Thieves working with staff to rob shoppers
Commanding officer at the Counter-Terrorism and Organised Crime Investigative branch, Superintendent Anthony McLaughlin, says criminals have partnered with employees within institutions islandwide, targeting persons who use their bank cards at point of sale (POS) machines.
He said the criminals take machines to the institutions, and put them alongside the legitimate machines.
"So when you go shopping and you swipe the machine for payment, what they do is to swipe it in the fraudulent machine first," McLaughlin told THE STAR. "What that does is it reads off your information off the card, and they go ahead now and withdraw your money."
Fraud Squad police yesterday urged the public to be mindful of fraudulent activities involving the POS machines. According to the police's Corporate Communications Unit, there have been increased reports recently from business operators who are having their POS machines stolen. McLaughlin says there have also been reports from shoppers.
"Persons have used POS machines and when they get their bank statements, they realise that there have been some transactions on their credit card statements that they know nothing about," he said. "Some of them, when they check their balance on their debit card accounts, it is empty or significantly reduced, and they are unable to recall withdrawing so much money."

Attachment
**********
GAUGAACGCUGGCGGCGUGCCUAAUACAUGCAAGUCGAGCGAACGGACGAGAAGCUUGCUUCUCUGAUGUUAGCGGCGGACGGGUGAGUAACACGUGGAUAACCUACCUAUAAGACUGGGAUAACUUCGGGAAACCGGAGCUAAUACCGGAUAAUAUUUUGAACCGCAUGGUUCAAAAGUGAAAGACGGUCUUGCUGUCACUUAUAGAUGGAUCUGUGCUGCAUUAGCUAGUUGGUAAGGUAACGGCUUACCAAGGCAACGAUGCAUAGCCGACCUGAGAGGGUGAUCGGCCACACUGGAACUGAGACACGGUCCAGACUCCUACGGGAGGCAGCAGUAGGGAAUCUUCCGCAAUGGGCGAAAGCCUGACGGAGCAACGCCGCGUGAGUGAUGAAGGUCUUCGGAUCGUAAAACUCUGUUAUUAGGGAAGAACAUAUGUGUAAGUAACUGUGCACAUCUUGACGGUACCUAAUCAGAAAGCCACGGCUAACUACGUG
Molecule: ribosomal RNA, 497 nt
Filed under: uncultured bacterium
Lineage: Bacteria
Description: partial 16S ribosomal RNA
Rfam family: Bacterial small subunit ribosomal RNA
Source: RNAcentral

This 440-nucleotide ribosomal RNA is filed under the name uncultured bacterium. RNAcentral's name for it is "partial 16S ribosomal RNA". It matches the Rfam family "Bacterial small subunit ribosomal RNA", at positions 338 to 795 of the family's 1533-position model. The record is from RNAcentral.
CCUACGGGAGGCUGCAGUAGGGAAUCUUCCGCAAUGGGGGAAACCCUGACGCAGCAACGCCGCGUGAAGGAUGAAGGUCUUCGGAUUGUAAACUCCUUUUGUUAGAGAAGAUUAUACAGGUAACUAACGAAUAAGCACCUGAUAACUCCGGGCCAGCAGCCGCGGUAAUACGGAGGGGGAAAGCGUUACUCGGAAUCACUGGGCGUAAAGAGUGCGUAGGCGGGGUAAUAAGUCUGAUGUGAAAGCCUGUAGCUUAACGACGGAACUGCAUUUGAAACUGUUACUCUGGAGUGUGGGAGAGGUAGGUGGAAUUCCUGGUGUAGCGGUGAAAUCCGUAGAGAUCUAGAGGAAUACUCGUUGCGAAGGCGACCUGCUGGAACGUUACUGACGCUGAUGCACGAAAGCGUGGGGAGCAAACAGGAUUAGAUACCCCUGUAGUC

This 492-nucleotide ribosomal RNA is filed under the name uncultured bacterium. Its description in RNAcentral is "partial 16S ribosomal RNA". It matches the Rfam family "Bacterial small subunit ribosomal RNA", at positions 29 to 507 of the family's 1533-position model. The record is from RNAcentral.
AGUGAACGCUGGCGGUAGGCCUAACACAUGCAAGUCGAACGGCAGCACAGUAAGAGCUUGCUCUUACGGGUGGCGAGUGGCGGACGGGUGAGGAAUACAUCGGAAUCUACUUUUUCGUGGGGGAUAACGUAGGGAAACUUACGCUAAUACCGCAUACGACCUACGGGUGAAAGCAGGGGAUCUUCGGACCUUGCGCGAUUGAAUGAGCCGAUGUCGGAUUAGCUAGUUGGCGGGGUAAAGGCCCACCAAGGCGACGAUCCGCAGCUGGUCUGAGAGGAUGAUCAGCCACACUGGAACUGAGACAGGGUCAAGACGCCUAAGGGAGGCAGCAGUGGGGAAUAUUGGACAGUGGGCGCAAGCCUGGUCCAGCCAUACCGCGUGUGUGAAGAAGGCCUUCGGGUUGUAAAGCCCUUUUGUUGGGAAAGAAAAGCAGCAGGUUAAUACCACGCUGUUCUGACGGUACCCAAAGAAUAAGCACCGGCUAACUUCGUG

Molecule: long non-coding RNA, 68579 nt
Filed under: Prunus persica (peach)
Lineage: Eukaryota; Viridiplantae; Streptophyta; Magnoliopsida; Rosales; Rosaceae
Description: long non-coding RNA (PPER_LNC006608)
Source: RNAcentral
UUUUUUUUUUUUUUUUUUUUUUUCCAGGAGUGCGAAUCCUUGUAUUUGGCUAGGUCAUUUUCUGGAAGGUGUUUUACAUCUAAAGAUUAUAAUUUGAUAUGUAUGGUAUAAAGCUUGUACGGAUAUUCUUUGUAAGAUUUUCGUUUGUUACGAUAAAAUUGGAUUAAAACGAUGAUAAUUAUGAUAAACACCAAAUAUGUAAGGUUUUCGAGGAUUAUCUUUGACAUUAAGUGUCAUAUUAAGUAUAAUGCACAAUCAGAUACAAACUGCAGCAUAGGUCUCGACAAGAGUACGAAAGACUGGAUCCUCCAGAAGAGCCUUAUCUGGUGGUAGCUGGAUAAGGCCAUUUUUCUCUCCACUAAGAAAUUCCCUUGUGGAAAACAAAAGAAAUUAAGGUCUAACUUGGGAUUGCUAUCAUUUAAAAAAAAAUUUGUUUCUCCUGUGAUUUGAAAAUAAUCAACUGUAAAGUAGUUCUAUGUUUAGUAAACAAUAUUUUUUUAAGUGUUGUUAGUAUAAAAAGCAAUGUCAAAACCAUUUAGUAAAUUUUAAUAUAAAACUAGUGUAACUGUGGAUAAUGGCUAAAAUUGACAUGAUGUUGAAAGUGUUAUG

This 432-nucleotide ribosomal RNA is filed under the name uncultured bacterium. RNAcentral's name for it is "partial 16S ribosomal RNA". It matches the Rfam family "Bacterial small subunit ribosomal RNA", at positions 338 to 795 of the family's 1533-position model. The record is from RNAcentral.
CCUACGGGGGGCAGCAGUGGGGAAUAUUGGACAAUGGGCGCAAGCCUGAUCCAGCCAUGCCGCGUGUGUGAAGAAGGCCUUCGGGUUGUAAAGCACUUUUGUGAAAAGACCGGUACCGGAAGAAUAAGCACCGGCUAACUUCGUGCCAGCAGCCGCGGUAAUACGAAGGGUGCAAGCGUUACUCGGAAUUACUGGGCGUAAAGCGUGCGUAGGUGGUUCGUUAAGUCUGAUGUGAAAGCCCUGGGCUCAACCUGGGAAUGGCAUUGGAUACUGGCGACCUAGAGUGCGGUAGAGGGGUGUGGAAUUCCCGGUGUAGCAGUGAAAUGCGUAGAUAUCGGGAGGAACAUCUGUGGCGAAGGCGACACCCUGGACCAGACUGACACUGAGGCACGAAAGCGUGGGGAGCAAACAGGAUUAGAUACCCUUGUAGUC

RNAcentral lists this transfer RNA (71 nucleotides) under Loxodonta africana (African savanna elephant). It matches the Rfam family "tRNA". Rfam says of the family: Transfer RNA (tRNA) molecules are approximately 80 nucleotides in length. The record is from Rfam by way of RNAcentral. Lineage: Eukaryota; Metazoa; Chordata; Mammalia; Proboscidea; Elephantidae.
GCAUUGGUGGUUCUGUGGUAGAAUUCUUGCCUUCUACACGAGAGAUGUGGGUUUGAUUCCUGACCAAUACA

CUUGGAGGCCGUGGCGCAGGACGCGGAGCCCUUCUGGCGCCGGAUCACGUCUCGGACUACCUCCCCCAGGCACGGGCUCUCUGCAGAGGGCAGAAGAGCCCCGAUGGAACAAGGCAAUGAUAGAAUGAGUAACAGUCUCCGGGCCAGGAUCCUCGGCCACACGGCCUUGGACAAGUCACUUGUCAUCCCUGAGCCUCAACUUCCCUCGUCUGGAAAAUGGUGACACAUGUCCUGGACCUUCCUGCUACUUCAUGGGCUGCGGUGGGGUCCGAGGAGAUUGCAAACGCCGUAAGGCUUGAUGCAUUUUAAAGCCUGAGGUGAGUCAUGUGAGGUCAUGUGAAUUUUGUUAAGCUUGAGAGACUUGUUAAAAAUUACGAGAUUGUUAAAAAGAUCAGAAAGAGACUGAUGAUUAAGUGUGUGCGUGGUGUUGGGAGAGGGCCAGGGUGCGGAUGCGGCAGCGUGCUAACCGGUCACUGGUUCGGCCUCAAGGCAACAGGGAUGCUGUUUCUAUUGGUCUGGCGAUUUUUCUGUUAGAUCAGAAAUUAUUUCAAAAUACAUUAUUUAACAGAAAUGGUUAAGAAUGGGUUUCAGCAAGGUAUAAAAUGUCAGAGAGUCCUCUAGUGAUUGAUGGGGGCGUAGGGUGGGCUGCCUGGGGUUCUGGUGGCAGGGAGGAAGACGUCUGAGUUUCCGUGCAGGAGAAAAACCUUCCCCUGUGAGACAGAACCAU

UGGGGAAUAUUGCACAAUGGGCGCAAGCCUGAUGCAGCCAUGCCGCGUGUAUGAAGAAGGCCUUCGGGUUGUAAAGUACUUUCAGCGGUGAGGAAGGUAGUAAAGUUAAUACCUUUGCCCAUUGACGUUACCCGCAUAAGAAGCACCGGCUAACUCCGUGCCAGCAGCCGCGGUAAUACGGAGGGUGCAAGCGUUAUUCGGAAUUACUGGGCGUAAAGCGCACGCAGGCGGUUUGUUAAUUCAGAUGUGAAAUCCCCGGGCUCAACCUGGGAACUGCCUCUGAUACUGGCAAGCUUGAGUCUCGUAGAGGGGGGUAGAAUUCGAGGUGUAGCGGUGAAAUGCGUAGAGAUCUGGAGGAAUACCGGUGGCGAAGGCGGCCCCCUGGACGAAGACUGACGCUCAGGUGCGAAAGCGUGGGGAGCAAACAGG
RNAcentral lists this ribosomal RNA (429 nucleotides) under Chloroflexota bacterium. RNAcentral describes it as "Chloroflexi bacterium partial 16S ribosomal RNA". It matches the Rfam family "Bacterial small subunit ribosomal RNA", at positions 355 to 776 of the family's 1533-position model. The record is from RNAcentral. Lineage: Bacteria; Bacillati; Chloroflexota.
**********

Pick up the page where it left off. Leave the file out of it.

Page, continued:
As many persons flock supermarkets and other establishments for Christmas shopping, McLaughlin believes many persons could be defrauded if they are not observant. He told THE STAR there are several 'red flags' to look for.
Send up a red flag
"Whenever they see more than one machine and they (workers) run the card and the machine gives a response like 'offline' or 'not able to process transaction', right away that should send up a red flag. Because the only thing that should prevent a machine from not working is if you have Internet problems," he explained. "That's usually the fraudulent machine that gives the error message. So customers are to look out for when their cards are being run or more than one machine within a business place."
The police are imploring business operators not to leave POS machines unattended, not to give POS machines to customers without paying attention, and to verify that the machine belongs to the business before using it.
The police also suggest customers sign up with their financial institutions to get alerts on transactions, check receipts after transactions, and to ensure the POS costs are correct. Shoppers are also advised to keep bank cards in their line of sight.